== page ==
Throughout my years of being a member of Parliament, I have travelled and have spent a lot of time visiting in my constituency. I have met many people who suffer from addictions. Many people can trace that disease back to the trauma they have gone through, whether it be because they were residential school survivors or the children of residential school survivors or whether it be the trauma related to intense physical or sexual abuse or the ongoing trauma that comes with living in poverty and in a state of hopelessness.

One of the recurring messages I get is how much people want and need help. We know that not all people living with addictions are in a place where they can get help, but the reality is that many people, through the support of friends and maybe family, get to that point, and maybe more than once in their lives. We need to make sure that they have somewhere to turn once they have made that decision, once they know that they can no longer keep going down the path they are going, a path that will almost certainly lead to destruction, or even death. We need to make sure that there are institutions and services where people can get help.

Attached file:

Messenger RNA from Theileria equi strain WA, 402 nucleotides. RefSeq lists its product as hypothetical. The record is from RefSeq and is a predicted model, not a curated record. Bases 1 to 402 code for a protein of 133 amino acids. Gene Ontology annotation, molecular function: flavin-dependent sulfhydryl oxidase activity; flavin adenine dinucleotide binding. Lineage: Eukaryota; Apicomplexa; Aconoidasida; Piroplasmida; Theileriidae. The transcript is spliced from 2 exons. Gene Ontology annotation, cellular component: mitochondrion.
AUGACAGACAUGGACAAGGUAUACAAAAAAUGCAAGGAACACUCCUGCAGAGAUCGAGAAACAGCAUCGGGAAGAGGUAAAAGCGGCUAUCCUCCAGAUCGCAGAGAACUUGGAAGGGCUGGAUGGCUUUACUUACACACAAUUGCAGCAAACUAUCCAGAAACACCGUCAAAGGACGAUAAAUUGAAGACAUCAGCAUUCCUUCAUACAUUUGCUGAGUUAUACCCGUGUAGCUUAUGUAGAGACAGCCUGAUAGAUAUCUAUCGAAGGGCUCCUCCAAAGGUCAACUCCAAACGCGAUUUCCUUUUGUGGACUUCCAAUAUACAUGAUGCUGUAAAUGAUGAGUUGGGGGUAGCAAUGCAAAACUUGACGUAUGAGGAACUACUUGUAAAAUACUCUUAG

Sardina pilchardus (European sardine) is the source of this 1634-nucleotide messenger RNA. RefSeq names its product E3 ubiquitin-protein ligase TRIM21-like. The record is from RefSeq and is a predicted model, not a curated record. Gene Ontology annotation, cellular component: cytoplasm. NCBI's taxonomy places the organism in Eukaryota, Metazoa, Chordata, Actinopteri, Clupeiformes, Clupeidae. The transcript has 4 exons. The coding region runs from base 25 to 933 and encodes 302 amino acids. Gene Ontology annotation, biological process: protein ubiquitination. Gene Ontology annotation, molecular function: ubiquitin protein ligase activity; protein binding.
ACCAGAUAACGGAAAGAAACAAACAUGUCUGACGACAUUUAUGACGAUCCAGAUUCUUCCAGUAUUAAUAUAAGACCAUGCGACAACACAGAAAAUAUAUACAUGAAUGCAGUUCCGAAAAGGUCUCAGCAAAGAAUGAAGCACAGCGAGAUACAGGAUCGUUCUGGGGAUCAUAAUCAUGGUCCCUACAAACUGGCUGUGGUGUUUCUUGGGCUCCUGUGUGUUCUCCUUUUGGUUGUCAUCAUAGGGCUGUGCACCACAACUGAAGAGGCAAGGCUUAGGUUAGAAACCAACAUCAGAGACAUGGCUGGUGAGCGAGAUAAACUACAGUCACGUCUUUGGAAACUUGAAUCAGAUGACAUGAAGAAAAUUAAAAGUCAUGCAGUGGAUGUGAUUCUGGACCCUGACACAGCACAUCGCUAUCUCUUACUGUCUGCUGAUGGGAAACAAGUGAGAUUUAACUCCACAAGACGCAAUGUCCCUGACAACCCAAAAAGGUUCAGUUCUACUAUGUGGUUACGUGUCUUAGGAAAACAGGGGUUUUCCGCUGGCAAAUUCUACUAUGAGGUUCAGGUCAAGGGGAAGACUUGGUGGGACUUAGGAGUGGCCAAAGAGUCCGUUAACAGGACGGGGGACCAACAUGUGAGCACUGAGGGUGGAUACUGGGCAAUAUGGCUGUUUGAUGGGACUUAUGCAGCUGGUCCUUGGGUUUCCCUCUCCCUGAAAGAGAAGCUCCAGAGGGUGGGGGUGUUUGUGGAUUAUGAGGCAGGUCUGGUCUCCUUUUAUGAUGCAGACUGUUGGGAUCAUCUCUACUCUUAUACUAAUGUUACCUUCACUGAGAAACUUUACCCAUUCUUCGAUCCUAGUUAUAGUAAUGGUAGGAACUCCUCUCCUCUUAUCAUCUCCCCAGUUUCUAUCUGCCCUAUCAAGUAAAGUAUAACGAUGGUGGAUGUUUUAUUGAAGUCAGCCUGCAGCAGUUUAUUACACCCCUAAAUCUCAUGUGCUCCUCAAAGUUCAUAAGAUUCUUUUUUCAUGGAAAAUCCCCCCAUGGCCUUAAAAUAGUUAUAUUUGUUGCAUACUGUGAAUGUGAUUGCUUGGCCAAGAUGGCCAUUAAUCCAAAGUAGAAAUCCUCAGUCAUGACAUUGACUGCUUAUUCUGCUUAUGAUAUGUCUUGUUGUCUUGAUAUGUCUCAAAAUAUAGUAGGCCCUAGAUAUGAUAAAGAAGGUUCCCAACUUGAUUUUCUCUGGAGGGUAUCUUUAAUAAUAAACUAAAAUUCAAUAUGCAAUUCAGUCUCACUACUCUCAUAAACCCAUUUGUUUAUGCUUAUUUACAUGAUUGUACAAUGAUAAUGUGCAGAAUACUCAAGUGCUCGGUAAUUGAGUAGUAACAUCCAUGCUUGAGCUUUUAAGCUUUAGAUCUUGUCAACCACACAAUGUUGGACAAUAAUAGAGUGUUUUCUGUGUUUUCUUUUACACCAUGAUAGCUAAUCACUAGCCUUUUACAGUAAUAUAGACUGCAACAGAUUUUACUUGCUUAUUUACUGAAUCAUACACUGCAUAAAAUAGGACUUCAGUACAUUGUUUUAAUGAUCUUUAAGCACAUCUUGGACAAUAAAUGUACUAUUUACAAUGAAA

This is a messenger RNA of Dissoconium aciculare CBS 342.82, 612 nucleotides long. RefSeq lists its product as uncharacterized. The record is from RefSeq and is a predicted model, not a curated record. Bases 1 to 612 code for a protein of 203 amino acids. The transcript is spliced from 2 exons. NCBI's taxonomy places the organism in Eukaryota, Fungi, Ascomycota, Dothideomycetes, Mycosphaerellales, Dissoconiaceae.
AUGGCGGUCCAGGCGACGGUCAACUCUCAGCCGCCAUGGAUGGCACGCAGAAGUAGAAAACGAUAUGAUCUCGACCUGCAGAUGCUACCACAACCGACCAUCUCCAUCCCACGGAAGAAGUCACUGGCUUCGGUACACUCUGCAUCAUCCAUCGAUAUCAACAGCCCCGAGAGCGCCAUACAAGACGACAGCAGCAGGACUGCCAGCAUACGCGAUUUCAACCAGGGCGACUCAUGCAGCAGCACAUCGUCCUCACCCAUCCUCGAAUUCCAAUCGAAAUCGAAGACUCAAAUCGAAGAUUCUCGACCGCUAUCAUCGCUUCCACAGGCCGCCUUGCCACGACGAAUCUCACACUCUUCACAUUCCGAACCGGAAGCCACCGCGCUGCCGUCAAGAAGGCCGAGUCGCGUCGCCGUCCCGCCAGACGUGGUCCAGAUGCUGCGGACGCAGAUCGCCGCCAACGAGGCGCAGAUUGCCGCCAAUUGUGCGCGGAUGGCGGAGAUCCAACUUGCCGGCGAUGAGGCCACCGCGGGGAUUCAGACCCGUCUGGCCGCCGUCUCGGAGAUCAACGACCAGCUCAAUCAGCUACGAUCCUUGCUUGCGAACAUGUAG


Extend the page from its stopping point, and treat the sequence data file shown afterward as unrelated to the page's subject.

As I hear these compelling stories from people who need help and want help, I see too many examples in my constituency of there being nowhere to turn.

I think of the medicine lodge in Nisichawayasihk Cree Nation that has struggled to secure federal funding year after year to provide healing and addiction services to indigenous people who go there to get help, not just from our area but from across the country. It has had to fight to secure funding for programming that works, for culturally appropriate programming, and for support for indigenous people across Canada.

I think of Whiskey Jack, an incredible program for young people in our constituency, located in the PCN. It is a program that works with many underage youth who are suffering addictions, some of them at risk of falling through the cracks in their communities and in our society. This service that is run by committed people in our north is there to help them. Sadly, support from the federal government has always been an ongoing issue.